Someone give Viola Davis an Oscar right now. Right now. Don’t even wait until February.

The actress, made famous by her role as Annalise Keating on “How to Get Away With Murder,” is the shining light of the film adaptation of “Fences.” The power and grit of her performance as Rose, a 1950s Pittsburgh housewife, is unmatched, not only in the film itself, but in this entire awards season. She’s up for best supporting actress at the Golden Globes and likely will be for the Oscars as well. I really can’t say enough about her performance. She’s perfect. We do not deserve Viola Davis.

Denzel Washington (“The Magnificent Seven”), who also directed the film, has a hard time keeping up with Davis. He plays Troy Maxom, Rose’s husband and the central figure in the film. He’s also in a uniquely difficult position. “Fences” first premiered as a play with the same name by August Wilson in which Davis and Washington previously starred. The most iconic portrayal of Troy is that by James Earl Jones (famous for his roles as Darth Vader and Michigan hype video narrator) in the original production of the play. Jones won a Tony for the role and set the bar impossibly high — at least too high for Washington to clear.

The plot of the film follows Troy as he tries to reconcile his past failures and deal with his son’s desire to play college football (played by Jovan Adepo of “The Leftovers”). Troy was once a great baseball player, but never made it to the major leagues, a failure he blames on his race. He worries the same will happen to his son if he tries to make it to the NFL, so Troy pushes him away from sports. The tension and conflict between the two men is underdeveloped and largely unexplored, which is disappointing, as for the majority of the film it is the central source of conflict.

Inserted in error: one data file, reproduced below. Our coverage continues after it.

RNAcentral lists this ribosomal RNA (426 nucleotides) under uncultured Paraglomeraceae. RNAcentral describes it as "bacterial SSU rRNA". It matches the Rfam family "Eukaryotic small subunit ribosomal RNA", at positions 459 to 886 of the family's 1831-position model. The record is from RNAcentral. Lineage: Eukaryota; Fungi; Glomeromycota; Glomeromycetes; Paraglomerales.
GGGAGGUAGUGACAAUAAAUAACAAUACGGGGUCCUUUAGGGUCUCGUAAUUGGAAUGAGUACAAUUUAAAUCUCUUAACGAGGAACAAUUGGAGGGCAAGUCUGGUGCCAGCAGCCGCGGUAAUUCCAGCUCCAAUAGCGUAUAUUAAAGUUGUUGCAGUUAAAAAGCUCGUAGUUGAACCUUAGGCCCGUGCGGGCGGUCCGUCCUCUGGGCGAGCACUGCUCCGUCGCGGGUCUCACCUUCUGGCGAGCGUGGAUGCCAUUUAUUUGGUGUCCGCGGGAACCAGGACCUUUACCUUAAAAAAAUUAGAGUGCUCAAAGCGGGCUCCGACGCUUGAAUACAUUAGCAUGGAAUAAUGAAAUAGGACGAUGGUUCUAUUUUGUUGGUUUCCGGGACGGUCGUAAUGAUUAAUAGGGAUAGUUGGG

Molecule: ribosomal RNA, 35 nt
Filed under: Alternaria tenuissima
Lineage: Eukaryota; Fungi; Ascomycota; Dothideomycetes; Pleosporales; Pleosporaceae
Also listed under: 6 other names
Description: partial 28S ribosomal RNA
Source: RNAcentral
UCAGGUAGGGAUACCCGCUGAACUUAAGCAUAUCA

But, “Fences” is stuck in its theatrical roots. Almost all of the action takes place in and around the Maxom family house. For an almost two and a half hour movie, visually, it’s boring. Most the time, the characters appear in medium or long shot, the type of view one would have of an actor on the stage. The actors, most noticeably Washington, feel like they’re giving a performance for the person in the back row who might not be able to see or hear—something that’s unnecessary in a film. It feels, ultimately, like you’re watching a recording of a play, instead of a film.

As a play, it works. As a movie, it’s disappointing in its unwillingness to take advantage of its medium. There’s a reason Denzel Washington didn’t build his career on his directorial abilities. There are moments in “Fences” of real visual beauty, but many of the shots are lazy — tracking shots lose their subjects, the camera switches from stable to handheld in jarring transitions. The editorial and cinematic seams are on full display.

The story Washington has to work with is incredibly rich. August Wilson is a poet of the everyday, spinning vernacular into lyrical dialogue. He weaves the lives of the Maxom family together with exquisite intricacy. The transition from stage to screen seems to be one of the most difficult to make (unless you’re Shakespeare, I guess). “August: Osage County” is a great example of a work that excelled as a play and fell flat as a film. Unlike literary adaptations, with plays there is already a visual record of the work, so films adapted from plays tend to feel more like remakes than adaptations. “Fences” is the perfect example of a stage to screen adaptation that falls victim to its transition. Unfortunately, “Fences” cannot escape its origins.

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